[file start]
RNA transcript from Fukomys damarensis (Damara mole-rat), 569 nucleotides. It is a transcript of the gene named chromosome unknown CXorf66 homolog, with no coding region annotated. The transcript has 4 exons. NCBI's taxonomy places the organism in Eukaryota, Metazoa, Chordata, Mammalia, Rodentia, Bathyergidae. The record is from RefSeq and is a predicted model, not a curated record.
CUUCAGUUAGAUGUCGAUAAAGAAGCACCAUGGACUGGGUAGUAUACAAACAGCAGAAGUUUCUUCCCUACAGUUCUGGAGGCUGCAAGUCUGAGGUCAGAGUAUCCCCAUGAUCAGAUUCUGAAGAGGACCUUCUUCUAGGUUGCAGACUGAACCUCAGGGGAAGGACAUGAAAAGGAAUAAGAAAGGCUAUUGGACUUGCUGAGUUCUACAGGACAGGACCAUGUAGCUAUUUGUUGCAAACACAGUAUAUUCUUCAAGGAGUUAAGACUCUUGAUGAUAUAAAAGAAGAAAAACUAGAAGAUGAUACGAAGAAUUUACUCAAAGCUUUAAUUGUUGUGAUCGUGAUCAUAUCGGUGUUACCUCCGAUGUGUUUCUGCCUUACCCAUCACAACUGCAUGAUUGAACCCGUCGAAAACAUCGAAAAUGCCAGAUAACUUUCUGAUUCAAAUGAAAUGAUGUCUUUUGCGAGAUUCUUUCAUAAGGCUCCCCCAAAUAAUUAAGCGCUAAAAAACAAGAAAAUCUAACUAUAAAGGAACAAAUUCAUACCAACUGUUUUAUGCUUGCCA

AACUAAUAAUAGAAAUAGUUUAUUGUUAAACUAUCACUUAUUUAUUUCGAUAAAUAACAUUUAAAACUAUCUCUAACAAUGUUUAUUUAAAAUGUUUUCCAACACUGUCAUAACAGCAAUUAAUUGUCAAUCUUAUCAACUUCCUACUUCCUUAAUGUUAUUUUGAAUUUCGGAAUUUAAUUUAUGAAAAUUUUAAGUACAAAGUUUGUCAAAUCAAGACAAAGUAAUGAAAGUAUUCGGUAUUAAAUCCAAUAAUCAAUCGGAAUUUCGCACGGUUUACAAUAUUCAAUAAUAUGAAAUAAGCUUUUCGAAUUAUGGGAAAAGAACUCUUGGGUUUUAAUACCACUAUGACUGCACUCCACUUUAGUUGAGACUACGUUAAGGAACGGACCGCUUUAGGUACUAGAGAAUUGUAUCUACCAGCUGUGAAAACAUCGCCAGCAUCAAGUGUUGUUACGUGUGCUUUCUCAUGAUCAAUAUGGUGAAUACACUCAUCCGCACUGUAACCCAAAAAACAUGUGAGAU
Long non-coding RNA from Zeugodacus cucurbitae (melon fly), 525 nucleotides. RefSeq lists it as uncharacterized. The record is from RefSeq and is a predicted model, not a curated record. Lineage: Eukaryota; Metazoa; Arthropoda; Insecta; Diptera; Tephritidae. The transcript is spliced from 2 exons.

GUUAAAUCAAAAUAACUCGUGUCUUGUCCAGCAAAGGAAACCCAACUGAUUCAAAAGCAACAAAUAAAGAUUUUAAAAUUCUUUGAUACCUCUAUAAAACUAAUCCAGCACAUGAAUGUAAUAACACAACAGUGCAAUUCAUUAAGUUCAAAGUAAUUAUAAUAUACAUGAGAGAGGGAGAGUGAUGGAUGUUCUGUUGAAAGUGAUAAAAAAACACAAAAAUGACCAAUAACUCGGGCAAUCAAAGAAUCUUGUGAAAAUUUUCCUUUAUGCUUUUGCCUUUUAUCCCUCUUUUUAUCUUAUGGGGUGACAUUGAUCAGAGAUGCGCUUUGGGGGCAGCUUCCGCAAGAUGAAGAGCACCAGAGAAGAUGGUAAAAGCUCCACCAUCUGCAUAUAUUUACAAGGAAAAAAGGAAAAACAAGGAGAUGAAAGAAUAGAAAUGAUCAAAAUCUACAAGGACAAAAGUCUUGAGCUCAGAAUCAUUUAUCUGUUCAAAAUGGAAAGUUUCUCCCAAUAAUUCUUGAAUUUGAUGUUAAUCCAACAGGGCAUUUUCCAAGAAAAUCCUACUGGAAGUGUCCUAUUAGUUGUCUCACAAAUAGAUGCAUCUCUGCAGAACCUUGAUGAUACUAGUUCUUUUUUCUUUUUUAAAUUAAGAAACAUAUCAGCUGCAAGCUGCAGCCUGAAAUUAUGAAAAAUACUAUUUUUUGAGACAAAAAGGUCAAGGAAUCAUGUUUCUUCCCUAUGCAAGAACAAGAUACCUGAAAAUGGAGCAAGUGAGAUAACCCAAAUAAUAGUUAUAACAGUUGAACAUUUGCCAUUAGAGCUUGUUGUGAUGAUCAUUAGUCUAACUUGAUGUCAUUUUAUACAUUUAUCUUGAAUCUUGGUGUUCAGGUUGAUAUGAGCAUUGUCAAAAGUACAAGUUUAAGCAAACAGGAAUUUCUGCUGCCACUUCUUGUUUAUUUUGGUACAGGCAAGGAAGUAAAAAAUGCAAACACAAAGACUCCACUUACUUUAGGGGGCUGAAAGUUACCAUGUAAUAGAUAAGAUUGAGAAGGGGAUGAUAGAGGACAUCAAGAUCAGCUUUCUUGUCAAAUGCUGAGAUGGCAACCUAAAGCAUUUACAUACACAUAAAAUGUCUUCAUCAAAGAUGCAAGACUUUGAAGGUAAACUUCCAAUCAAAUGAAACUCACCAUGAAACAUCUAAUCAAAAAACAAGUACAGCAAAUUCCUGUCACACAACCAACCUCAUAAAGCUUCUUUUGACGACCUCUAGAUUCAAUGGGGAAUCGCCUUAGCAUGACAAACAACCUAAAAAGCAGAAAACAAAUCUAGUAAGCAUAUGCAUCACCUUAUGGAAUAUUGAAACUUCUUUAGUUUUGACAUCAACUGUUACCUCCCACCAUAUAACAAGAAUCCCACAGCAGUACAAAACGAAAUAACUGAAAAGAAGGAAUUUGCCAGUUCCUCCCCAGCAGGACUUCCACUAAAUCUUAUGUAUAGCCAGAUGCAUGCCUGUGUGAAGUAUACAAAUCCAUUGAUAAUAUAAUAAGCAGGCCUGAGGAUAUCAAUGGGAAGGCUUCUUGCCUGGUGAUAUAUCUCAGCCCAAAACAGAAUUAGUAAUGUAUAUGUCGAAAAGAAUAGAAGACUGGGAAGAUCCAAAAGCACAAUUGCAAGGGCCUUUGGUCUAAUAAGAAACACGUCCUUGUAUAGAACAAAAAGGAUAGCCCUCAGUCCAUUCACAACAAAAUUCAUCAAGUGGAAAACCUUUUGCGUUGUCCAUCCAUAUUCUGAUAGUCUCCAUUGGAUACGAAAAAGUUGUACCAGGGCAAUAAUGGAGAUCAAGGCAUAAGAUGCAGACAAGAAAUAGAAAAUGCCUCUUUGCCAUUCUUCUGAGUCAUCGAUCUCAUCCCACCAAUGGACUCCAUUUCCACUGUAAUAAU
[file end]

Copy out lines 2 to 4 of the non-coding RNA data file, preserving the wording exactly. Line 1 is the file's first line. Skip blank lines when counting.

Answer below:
CUUCAGUUAGAUGUCGAUAAAGAAGCACCAUGGACUGGGUAGUAUACAAACAGCAGAAGUUUCUUCCCUACAGUUCUGGAGGCUGCAAGUCUGAGGUCAGAGUAUCCCCAUGAUCAGAUUCUGAAGAGGACCUUCUUCUAGGUUGCAGACUGAACCUCAGGGGAAGGACAUGAAAAGGAAUAAGAAAGGCUAUUGGACUUGCUGAGUUCUACAGGACAGGACCAUGUAGCUAUUUGUUGCAAACACAGUAUAUUCUUCAAGGAGUUAAGACUCUUGAUGAUAUAAAAGAAGAAAAACUAGAAGAUGAUACGAAGAAUUUACUCAAAGCUUUAAUUGUUGUGAUCGUGAUCAUAUCGGUGUUACCUCCGAUGUGUUUCUGCCUUACCCAUCACAACUGCAUGAUUGAACCCGUCGAAAACAUCGAAAAUGCCAGAUAACUUUCUGAUUCAAAUGAAAUGAUGUCUUUUGCGAGAUUCUUUCAUAAGGCUCCCCCAAAUAAUUAAGCGCUAAAAAACAAGAAAAUCUAACUAUAAAGGAACAAAUUCAUACCAACUGUUUUAUGCUUGCCA

AACUAAUAAUAGAAAUAGUUUAUUGUUAAACUAUCACUUAUUUAUUUCGAUAAAUAACAUUUAAAACUAUCUCUAACAAUGUUUAUUUAAAAUGUUUUCCAACACUGUCAUAACAGCAAUUAAUUGUCAAUCUUAUCAACUUCCUACUUCCUUAAUGUUAUUUUGAAUUUCGGAAUUUAAUUUAUGAAAAUUUUAAGUACAAAGUUUGUCAAAUCAAGACAAAGUAAUGAAAGUAUUCGGUAUUAAAUCCAAUAAUCAAUCGGAAUUUCGCACGGUUUACAAUAUUCAAUAAUAUGAAAUAAGCUUUUCGAAUUAUGGGAAAAGAACUCUUGGGUUUUAAUACCACUAUGACUGCACUCCACUUUAGUUGAGACUACGUUAAGGAACGGACCGCUUUAGGUACUAGAGAAUUGUAUCUACCAGCUGUGAAAACAUCGCCAGCAUCAAGUGUUGUUACGUGUGCUUUCUCAUGAUCAAUAUGGUGAAUACACUCAUCCGCACUGUAACCCAAAAAACAUGUGAGAU
Long non-coding RNA from Zeugodacus cucurbitae (melon fly), 525 nucleotides. RefSeq lists it as uncharacterized. The record is from RefSeq and is a predicted model, not a curated record. Lineage: Eukaryota; Metazoa; Arthropoda; Insecta; Diptera; Tephritidae. The transcript is spliced from 2 exons.